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I have a set of $30$ real numbers between zero and one. Let's say that the null hypothesis is that this data set fits a uniform distribution and that the alternative hypothesis is that this data set does not fit a uniform distribution. How would I test this?

My only ideas so far would be to divide the continuous distribution into a set of several categories so that the expected count in each category is at least five. With a set of $30$ numbers, I would divide the interval $(0,1)$ into six equal sections, such as $(0,0.166)$, $(0.166,0.333)$, etc. For each interval, I would count the quantity of data points that fall within the interval. Now that I have converted the original data into categorical data, I can run a chi-squared goodness-of-fit test with (in this case) $5$ degrees of freedom.

The above paragraph is just speculation on my part. Is there a better way to determine how well data fits a uniform distribution?

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You can only really try to estimate the probability of the data being generated from a uniform distribution. Your alternative model, i.e. "not from a uniform model" is not testable. You have to explicitly specify some distribution. To see this, consider a distribution which is exactly like the uniform model except for some small arbitrary difference. Your data could fit both this distribution (which is not uniform) and the uniform distribution well. See what I mean? –  Bitwise May 1 '13 at 1:44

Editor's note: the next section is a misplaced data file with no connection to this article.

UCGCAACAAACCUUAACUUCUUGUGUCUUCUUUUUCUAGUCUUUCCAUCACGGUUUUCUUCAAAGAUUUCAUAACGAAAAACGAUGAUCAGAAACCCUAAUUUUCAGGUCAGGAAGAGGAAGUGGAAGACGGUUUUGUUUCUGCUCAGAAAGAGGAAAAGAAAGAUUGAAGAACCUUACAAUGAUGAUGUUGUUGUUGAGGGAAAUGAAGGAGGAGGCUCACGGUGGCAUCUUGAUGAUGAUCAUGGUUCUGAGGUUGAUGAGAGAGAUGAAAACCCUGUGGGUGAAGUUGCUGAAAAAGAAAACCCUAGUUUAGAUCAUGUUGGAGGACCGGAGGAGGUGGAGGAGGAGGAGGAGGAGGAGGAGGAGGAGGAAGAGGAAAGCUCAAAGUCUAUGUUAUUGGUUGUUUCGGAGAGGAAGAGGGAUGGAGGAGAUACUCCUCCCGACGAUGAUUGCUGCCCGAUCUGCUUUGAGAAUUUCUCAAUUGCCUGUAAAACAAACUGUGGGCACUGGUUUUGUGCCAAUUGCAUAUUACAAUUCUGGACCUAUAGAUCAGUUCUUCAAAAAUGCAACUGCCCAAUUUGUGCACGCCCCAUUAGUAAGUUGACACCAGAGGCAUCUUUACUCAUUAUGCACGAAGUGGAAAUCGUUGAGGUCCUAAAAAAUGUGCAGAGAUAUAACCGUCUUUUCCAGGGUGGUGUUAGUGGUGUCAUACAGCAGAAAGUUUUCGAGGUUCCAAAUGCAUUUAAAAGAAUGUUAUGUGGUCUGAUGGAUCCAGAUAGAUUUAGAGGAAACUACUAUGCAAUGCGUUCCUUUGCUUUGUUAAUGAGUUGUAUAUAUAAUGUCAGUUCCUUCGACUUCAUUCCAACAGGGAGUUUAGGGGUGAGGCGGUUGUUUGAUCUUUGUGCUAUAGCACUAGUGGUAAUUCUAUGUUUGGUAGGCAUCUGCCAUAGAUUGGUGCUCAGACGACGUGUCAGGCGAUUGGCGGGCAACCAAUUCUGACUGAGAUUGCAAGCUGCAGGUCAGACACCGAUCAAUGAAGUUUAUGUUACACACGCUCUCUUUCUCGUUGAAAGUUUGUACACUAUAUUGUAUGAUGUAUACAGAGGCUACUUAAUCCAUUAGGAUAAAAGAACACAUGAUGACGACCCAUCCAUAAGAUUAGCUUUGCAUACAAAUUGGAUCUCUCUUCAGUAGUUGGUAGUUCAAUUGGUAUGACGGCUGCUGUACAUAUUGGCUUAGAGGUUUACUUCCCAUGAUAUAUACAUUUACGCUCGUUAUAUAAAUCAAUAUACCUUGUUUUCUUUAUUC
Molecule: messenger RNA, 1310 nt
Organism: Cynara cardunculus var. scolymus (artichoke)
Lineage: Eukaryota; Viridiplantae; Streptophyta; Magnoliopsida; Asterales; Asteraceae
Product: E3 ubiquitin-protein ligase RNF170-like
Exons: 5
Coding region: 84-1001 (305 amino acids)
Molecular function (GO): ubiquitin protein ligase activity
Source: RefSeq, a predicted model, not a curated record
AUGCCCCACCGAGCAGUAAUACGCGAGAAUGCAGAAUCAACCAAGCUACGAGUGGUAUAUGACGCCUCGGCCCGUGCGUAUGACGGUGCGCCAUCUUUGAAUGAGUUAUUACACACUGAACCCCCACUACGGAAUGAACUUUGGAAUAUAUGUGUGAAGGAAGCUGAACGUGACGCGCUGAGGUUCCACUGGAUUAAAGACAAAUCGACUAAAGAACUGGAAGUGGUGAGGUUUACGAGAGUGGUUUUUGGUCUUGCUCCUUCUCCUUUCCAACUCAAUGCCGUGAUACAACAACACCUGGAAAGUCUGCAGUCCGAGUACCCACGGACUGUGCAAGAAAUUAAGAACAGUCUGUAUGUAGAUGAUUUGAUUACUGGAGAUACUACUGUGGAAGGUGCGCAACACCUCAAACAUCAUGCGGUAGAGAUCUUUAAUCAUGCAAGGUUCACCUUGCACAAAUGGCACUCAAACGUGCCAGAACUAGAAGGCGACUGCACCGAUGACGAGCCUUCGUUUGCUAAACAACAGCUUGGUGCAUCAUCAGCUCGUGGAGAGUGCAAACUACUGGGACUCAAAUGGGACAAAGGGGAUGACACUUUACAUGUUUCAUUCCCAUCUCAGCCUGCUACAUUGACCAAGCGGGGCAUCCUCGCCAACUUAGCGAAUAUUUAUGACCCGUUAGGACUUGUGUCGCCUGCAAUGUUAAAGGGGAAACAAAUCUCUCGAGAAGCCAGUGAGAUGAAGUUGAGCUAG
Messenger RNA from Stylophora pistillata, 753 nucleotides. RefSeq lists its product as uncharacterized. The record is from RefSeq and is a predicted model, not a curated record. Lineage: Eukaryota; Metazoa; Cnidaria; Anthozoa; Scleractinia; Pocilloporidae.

@Bitwise I'll edit "comes from" to "fits." Does that fix the problem? –  PhiNotPi May 1 '13 at 1:49
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My point is that your alternative hypothesis is meaningless. You could always find some distribution that will fit your data better than the uniform distribution even if the data was actually generated from the uniform distribution. If you are not comparing to some specified distribution you can only calculate how likely your data is given the uniform model. –  Bitwise May 1 '13 at 1:56
    
Okay, then, how would I do that? EDIT: say that I do in fact have an alternative distribution, what should I do in that case? –  PhiNotPi May 1 '13 at 2:08

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